I have finally run out of excuses. It’s stopped snowing, the temperature is nudging double figures and I’ve still got a couple of days before I have go back to college. It’s time to tackle the garden. When I say garden, I mean, 20ft by 20ft patch of mud and the occasional daff, attractively ringed by bikes and rampaging ivy. It needs Taking In Hand. I’ve done the tricky bit – ordering £20 worth of seeds and seedlings by post. Now I need to turn it from a tip into a paradise in the few short weeks before Pimms o’clock. I’m not going out there alone. So who better to turn to than Guy Barter, chief horticultural adviser at Wisley, the RHS’s flagship garden in Surrey.
I rang him yesterday and spent a good ten minutes ranting to him about the horrible weather and how horrific the garden looked and how it would be June before it was warm enough to do anything and then it would All Be Too Late and I’d be planting hyacinths for Christmas before I caught a whiff of nicotiana.
“Well, I wouldn’t call it horrific,” he said, calmly (I think it is technically impossible for anyone with a potting shed to succumb to panic and exaggeration). “But think about it this way – the sun is getting higher in the sky, and every day we are getting that much more solar energy. You can see for yourself every evening that it’s getting a little bit lighter, so it will get warmer. My best advice would be to do whatever you can to get the garden ready. It’s too cold yet to buy tender plants unless you have a greenhouse, but I’ve noticed that because it’s been so cold people haven’t been out buying pansies and primulas to fill up their tubs and hanging baskets, which is a shame, because they can give the garden a real lift at this time of year.”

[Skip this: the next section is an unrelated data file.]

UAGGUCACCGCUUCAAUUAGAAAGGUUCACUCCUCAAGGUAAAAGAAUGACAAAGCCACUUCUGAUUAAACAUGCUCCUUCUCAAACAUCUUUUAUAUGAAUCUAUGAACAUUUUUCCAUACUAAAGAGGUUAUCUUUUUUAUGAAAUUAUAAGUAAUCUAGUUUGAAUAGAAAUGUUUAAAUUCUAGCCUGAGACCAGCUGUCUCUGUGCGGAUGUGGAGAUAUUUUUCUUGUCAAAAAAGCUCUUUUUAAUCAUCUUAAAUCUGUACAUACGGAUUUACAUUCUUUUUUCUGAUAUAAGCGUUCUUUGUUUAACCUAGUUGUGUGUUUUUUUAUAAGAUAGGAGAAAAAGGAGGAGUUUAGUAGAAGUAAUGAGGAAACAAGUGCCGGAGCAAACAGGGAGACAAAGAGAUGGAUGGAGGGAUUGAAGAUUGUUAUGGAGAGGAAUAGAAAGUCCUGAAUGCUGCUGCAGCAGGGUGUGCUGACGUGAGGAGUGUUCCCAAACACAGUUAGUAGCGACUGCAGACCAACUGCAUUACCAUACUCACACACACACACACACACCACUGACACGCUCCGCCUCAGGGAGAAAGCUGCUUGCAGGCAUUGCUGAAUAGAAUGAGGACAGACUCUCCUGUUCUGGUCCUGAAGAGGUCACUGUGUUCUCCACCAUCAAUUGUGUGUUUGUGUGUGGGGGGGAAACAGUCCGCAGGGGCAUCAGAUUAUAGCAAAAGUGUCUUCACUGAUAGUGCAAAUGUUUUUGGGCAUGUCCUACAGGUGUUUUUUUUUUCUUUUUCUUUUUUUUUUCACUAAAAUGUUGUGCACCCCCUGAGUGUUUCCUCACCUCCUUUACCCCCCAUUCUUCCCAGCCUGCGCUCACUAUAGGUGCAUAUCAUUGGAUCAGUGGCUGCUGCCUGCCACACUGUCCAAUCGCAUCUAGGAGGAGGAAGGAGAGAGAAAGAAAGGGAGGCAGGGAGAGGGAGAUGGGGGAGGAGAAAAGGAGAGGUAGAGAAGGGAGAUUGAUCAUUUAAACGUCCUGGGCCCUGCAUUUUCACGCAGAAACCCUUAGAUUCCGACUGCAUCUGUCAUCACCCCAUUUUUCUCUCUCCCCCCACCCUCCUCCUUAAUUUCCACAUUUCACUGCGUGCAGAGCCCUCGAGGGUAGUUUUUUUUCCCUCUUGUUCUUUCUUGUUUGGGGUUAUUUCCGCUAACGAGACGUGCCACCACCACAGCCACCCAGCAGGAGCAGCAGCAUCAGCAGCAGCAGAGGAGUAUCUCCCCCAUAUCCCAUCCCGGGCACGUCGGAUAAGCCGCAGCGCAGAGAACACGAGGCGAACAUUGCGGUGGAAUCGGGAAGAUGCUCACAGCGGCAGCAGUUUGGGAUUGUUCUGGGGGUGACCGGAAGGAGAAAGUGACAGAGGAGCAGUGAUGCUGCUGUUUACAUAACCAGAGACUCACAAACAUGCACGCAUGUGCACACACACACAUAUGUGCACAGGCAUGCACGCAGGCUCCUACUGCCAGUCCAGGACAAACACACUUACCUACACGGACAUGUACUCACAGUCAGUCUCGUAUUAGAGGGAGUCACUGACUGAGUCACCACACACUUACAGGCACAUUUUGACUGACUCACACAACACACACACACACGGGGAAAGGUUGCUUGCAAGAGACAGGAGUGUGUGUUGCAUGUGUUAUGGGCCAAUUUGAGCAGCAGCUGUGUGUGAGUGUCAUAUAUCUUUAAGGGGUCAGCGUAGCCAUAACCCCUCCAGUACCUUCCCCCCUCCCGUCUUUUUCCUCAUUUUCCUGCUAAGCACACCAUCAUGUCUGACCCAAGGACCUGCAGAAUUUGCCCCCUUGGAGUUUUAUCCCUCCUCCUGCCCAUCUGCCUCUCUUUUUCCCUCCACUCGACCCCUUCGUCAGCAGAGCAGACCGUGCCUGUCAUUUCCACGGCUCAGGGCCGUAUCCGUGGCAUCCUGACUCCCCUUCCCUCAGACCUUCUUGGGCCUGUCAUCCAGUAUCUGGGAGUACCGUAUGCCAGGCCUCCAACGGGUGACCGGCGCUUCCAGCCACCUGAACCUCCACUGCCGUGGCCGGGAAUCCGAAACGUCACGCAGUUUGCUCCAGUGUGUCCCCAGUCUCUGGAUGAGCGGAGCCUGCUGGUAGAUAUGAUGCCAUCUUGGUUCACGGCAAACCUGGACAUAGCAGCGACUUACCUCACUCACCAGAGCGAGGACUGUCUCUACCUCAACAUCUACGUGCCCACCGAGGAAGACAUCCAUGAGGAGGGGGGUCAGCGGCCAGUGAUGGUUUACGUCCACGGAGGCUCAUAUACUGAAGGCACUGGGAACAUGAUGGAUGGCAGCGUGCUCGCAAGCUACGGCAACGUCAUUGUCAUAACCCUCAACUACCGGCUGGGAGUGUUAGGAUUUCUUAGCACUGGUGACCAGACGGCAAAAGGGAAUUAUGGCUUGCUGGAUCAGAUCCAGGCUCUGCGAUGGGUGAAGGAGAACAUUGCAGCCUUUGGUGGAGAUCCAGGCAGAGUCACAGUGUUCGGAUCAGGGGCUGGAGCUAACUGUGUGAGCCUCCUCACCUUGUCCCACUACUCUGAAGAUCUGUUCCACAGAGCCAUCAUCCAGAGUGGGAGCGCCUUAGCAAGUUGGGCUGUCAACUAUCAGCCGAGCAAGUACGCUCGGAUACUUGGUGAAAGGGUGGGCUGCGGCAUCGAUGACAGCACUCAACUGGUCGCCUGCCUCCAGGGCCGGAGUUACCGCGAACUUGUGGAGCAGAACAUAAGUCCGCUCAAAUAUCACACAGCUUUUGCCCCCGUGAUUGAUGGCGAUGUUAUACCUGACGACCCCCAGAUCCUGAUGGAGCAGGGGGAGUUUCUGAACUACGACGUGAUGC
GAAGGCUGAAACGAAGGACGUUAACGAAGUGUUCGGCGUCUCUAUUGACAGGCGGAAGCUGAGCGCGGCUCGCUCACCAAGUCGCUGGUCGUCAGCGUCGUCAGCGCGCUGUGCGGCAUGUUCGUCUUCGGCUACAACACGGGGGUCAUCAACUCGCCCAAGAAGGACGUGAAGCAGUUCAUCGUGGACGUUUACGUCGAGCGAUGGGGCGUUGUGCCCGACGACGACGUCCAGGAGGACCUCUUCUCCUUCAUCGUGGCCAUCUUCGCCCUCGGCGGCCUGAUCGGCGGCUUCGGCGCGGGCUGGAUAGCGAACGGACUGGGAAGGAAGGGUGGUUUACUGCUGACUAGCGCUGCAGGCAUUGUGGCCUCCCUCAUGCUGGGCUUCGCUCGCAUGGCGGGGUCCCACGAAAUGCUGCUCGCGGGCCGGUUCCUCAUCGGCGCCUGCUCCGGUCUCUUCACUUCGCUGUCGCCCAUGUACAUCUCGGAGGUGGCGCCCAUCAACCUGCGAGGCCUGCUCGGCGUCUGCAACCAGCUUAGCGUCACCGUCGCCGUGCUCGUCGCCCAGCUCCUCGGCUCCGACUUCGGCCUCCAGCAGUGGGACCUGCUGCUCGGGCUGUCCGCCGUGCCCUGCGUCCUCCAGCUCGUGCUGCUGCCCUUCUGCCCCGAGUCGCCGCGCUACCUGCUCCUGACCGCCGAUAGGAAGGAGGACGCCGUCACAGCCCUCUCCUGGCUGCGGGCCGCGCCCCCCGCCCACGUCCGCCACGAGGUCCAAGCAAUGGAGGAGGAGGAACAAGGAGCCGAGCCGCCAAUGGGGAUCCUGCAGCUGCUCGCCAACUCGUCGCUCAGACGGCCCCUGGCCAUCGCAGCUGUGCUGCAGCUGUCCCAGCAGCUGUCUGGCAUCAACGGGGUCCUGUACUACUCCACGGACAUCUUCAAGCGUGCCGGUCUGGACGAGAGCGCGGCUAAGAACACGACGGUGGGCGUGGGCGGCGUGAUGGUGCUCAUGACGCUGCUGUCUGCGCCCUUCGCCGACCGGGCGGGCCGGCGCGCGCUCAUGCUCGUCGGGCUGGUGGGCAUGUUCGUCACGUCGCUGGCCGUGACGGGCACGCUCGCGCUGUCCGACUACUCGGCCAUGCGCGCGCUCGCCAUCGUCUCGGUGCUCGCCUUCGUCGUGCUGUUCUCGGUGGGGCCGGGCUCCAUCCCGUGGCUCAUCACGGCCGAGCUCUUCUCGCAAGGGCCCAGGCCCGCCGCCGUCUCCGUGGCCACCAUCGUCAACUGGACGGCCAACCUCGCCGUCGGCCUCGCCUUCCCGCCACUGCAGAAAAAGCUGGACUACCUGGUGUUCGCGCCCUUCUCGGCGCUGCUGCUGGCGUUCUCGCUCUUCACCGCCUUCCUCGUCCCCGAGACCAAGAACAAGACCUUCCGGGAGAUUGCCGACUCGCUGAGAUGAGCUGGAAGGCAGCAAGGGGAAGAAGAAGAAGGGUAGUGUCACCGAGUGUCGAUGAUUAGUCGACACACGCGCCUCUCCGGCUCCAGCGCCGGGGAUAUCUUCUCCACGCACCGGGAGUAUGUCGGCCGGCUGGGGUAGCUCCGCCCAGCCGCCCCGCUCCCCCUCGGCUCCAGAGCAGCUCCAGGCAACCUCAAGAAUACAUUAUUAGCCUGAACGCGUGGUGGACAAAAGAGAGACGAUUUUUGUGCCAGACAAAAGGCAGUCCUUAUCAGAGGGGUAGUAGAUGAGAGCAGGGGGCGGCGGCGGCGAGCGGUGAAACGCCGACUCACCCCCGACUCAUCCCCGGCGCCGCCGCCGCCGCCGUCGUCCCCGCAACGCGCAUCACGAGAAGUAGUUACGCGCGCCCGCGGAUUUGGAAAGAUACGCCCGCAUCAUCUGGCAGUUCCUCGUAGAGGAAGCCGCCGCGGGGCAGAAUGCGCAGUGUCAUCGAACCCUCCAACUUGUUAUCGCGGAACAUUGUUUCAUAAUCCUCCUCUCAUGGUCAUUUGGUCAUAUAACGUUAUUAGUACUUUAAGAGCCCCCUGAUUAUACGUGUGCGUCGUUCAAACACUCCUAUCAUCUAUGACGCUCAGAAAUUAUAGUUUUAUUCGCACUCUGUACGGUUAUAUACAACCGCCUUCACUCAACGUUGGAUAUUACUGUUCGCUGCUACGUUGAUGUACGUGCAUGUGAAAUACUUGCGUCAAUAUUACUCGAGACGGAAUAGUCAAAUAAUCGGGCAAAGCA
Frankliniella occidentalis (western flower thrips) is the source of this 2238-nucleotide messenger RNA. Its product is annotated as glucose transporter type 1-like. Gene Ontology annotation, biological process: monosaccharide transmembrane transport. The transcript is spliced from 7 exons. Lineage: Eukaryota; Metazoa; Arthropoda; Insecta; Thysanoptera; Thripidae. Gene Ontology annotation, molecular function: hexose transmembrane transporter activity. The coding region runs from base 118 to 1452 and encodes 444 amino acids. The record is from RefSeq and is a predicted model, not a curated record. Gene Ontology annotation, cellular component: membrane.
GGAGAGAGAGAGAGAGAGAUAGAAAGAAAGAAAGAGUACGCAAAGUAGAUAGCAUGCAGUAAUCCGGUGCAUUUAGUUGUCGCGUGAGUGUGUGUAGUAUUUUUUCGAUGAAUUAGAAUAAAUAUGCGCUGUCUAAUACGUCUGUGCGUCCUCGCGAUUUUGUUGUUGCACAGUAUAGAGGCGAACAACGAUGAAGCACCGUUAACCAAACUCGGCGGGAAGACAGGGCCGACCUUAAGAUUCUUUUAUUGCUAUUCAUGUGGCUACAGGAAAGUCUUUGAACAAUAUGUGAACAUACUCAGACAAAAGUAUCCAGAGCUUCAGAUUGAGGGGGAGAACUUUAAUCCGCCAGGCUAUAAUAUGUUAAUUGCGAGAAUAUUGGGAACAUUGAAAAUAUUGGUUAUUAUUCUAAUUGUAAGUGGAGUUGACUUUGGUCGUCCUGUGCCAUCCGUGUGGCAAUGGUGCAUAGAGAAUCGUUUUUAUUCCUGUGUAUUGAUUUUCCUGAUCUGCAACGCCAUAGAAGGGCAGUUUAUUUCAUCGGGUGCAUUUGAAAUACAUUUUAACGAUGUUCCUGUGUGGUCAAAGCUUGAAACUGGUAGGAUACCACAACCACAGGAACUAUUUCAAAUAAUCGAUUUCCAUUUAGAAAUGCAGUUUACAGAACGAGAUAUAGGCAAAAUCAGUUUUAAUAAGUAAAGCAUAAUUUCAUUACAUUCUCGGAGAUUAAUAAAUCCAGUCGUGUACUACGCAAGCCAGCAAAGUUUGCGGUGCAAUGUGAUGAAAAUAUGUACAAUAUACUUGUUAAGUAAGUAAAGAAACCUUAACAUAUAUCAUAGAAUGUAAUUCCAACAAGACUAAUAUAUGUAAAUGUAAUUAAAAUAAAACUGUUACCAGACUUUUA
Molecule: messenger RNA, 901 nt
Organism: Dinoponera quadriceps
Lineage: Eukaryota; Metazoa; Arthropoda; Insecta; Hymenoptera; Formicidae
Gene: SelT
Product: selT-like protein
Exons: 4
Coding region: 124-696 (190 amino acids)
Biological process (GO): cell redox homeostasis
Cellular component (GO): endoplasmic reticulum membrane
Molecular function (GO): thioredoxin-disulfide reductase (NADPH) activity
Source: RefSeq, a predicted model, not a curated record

I was warming to Guy, who isn’t one of those gardening snobs who recoils at the first sight of anything orange or a plant bought in full flower. So, for those of you who, whether you have a hanging basket outside the front door or 60 rolling acres like Wisley to play with, here are Guy Barter’s tips for banishing the winter gardening blues:
– Check the grass for bald and weedy patches and reseed where needed, and finish pruning summer flowering shrubs like fuschia and buddleia (check rhs.org.uk for detailed advice) and deadhead the daffodils.
– Prepare the ground for planting by weeding and digging over flower beds.
– Sew vegetable seeds and the less fragile summer annuals – for example radishes, lettuce, peas and broccoli – plus pinks, sweet peas and pot marigolds outside.
– The sunlight is bright enough now to give seedlings grown on a windowsill an even light, so you can plant tomato and pepper seeds inside or even buy in a few baby plants from the garden centre because you will be able to plant those outside in a couple of weeks’ time.
– Cheer yourself and the garden up with an instant fix of primulas, primroses and pansies for your tubs, hanging baskets or window boxes
If all fails and you still feel defeated by the weather, take a virtual or physical trip to Wisley. “It’s a walk-in gardening encyclopedia – you can take a look round the greenhouses or go round the orchards where our pear trees are just about to burst into flower,” said Guy.
So have you ventured outside yet? And how did it go? Let me know by posting a comment below or tweeting @AmandaAtCandis